In the Wake of Cyclone Idai, the North Has a Climate Debt to Pay

Cyclone damage in Buzi, Mozambique (Photo: Mozambique National Institute for Disaster Management)

In the Wake of Cyclone Idai, the North Has a Climate Debt to Pay

Civil society groups are doing the hard work of recovery, but it’s fossil fuel companies and rich countries that need to step up

Weeks after Cyclone Idai struck the coast of Mozambique, near Beira, the flood waters have receded to reveal a shattered landscape.

Houses and roads were washed away; crops awaiting harvest were destroyed. Confirmed deaths number in the high hundreds across Mozambique, Zimbabwe, and Malawi, with the total still unknown. Emphasis has shifted from the rescue of survivors clinging to treetops and rooftops to provision of food, housing, and medical care for hundreds of thousands left homeless.

Even as local and international relief efforts gear up, there is a need to also focus on broader global implications. The causal connection between climate change and extreme weather events, such as Cyclone Idai, is clear. The need for climate actions in both poor and rich countries is beyond dispute. These include making the response to crises sustainable, increasing resilience to the effects of climate change through adaptation, and rapidly accelerating action to cut greenhouse emissions from fossil fuels.

Whose responsibility should this be? At the 1992 Earth Summit in Rio de Janeiro, the first global climate agreement affirmed that much of the burden should be shouldered by the wealthy countries:

The Parties should protect the climate system for the benefit of present and future generations of humankind, on the basis of equity and in accordance with their common but differentiated responsibilities and respective capabilities. Accordingly, the developed country Parties should take the lead in combating climate change and the adverse effects thereof.

Civil society and the diaspora step up

Civil society in Mozambique and Zimbabwe has played a major role in the immediate cyclone response. Rescues in flooded Buzi, for example, involved not only South African helicopters and Indian Navy teams, but also local canoes and a fishing boat, seen in this video from Al Jazeera. In the Mozambican capital Maputo, more than 5,000 volunteers coordinated collection of needed supplies, filling a container ship that arrived in Beira on March 26.

Meanwhile, there has been an unprecedented level of fundraising by diaspora Africans and others with personal ties to the affected countries.

As global media attention fades, disaster relief by the United Nations and international non-governmental organizations will probably decline. But diaspora and other personal connections, aided by social media, may be more lasting. (You can help by adding Cyclone Idai to a Google news search or Facebook search and sharing updates on social media.)

Paying the climate debt

The outpouring of support is impressive, but a key test will be its sustainability. Beyond immediate disaster relief, sustainable global responses to climate change require greater and more predictable funding to strengthen the resilience of the most vulnerable regions.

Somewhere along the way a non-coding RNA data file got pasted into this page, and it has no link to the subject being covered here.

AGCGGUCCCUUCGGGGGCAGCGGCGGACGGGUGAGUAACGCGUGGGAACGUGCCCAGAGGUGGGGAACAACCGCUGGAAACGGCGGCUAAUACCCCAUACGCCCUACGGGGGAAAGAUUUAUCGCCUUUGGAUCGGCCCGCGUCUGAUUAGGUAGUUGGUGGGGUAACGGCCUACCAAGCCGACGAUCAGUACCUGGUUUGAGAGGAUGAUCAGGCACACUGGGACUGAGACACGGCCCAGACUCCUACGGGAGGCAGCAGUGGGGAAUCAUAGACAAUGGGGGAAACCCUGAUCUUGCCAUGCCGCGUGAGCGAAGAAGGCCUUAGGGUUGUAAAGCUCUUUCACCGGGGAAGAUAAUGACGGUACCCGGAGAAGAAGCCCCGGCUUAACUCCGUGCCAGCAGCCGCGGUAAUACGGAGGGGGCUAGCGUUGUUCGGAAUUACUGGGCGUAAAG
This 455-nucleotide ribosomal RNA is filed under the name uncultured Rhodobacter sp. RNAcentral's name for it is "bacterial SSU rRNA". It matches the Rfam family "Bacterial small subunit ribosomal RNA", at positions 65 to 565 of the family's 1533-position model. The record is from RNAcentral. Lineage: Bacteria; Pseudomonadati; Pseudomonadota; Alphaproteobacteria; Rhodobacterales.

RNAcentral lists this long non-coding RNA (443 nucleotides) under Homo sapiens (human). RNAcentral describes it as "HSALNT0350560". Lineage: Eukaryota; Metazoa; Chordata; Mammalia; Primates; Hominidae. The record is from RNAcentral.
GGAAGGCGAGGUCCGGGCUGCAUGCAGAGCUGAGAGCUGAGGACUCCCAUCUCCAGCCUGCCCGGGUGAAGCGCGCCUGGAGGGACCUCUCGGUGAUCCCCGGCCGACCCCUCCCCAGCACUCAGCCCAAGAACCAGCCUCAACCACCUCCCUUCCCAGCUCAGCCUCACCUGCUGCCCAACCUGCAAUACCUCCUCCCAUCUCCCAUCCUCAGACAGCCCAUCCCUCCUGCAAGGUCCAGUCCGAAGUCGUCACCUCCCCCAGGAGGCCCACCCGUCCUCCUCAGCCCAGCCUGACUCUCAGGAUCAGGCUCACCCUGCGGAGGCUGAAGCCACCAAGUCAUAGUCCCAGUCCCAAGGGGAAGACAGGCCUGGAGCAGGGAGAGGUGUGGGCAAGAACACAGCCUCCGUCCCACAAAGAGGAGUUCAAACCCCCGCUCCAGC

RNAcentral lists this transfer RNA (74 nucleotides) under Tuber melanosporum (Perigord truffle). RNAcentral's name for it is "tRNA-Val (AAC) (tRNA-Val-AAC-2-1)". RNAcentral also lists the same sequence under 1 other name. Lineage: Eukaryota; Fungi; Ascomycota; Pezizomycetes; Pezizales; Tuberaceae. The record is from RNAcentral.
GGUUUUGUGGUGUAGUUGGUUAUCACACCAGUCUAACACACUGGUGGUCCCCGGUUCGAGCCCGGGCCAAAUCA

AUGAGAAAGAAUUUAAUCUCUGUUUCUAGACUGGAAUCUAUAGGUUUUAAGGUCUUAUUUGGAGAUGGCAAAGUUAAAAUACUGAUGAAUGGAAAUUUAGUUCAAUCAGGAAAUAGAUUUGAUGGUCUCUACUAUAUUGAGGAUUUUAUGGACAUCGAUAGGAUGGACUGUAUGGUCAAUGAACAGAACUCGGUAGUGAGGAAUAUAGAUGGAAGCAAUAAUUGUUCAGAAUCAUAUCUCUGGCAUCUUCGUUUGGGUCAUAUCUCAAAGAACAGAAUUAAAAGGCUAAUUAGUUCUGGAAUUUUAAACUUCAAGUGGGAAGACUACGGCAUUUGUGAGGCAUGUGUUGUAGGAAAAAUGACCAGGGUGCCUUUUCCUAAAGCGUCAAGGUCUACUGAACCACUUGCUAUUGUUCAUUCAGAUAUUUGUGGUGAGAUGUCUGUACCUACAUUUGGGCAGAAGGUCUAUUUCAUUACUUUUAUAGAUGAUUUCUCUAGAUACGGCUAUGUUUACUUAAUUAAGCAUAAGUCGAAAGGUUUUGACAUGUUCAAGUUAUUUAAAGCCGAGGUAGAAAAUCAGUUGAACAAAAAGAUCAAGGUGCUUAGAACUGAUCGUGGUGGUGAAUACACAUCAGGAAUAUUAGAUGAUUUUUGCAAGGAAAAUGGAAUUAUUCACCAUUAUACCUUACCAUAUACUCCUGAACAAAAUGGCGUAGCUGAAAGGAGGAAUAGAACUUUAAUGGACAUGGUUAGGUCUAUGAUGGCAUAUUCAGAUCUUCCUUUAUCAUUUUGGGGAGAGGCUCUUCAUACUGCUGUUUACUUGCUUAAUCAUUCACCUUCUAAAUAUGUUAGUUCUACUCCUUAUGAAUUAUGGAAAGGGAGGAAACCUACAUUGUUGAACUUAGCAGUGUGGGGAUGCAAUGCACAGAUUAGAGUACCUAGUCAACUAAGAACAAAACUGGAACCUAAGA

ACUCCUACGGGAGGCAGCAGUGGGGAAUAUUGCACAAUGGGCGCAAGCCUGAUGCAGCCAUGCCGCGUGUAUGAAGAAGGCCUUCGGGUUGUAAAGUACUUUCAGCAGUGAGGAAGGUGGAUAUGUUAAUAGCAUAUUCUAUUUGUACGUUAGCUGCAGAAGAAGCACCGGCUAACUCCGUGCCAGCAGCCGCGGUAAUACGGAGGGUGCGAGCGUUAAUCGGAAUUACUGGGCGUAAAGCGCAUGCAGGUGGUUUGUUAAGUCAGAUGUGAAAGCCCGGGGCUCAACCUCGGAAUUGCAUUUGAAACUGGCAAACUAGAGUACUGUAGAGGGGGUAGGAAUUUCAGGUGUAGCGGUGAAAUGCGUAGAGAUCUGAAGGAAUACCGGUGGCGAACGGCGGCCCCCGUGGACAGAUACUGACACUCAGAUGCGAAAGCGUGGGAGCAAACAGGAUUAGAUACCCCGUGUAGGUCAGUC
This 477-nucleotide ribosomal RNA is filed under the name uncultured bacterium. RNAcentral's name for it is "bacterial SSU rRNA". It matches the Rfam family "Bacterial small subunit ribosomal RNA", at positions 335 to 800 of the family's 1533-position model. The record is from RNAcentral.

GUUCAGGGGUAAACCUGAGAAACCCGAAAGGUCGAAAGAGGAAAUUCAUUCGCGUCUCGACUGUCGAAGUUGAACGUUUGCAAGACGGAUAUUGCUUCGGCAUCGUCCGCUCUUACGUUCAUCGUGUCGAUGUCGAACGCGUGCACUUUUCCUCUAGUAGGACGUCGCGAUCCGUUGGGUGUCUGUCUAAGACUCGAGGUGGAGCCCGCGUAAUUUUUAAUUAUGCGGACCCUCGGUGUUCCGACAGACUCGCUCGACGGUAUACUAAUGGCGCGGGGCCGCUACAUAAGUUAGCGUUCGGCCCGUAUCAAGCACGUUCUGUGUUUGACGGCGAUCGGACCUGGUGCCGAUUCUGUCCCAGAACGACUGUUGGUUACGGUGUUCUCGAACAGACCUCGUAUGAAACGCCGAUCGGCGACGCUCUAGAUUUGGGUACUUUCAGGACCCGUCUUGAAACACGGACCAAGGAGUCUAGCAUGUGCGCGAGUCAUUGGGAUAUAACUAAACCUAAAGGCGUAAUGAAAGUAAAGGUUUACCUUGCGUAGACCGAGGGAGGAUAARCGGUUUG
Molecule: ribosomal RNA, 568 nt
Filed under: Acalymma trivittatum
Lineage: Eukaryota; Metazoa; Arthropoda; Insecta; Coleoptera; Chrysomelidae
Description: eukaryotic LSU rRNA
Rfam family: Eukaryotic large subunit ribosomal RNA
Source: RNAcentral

There is no shortage of proposals for action, such as this guidance from the UN Environmental Program. But implementation will depend on political will in the countries that can afford to pay. This requires wide recognition of the "climate debt" owed by fossil fuel companies and rich countries whose emissions have contributed the most to destructive climate change.

Poorer people and countries, which have contributed the least to climate change, are also the most vulnerable to its effects. The price paid in lost lives and livelihoods falls disproportionately on them. This is seen not only in Cyclone Idai, but also in the recent flooding in the U.S. Midwest, where Native Americans on the Pine Ridge Reservation are finding recovery far more difficult than farmers in neighboring states.

Those who should pay more to prevent and mitigate climate change, and to cope with climate disasters, are still evading their responsibilities. In the words of Dipti Bhatnagar, coordinator of Friends of the Earth Mozambique, speaking on Democracy Now, "This is about the rich countries ... We need to stop dirty energy, dirty and harmful energies everywhere. But this is about historical responsibility. So, that needs to happen in the Northern countries first, to stop fossil fuels, to stop dirty and harmful energies."

Bhatnagar and other climate justice campaigners such as Decoalonize in Kenya also call for an end to projects such as Exxon's natural gas project in northern Mozambique and new coal mines in Kenya, South Africa, and other countries. While national governments, in both North and South, remain slow to act, the range of action by civil society and subnational governments is expanding. Examples include the rising tide of lawsuits against fossil fuel companies and the March 15 climate strike in over 112 countries.

The Green New Deal in the United States, and similar efforts in other countries, must take on the powerful forces of the status quo. They must also be framed within a South-centered vision that highlights global climate justice, addresses inequality both within and between nations, and targets the strategic reallocation of wealth from the most privileged sectors to the common good.

This in turn will require structural changes, especially the identification and progressive taxation of corporate and individual wealth, much of which is hidden or exempt from taxation. In addition to saving lives in the present, South-North networks built in response to crises such as Cyclone Idai provide a foundation for demanding these critical changes.

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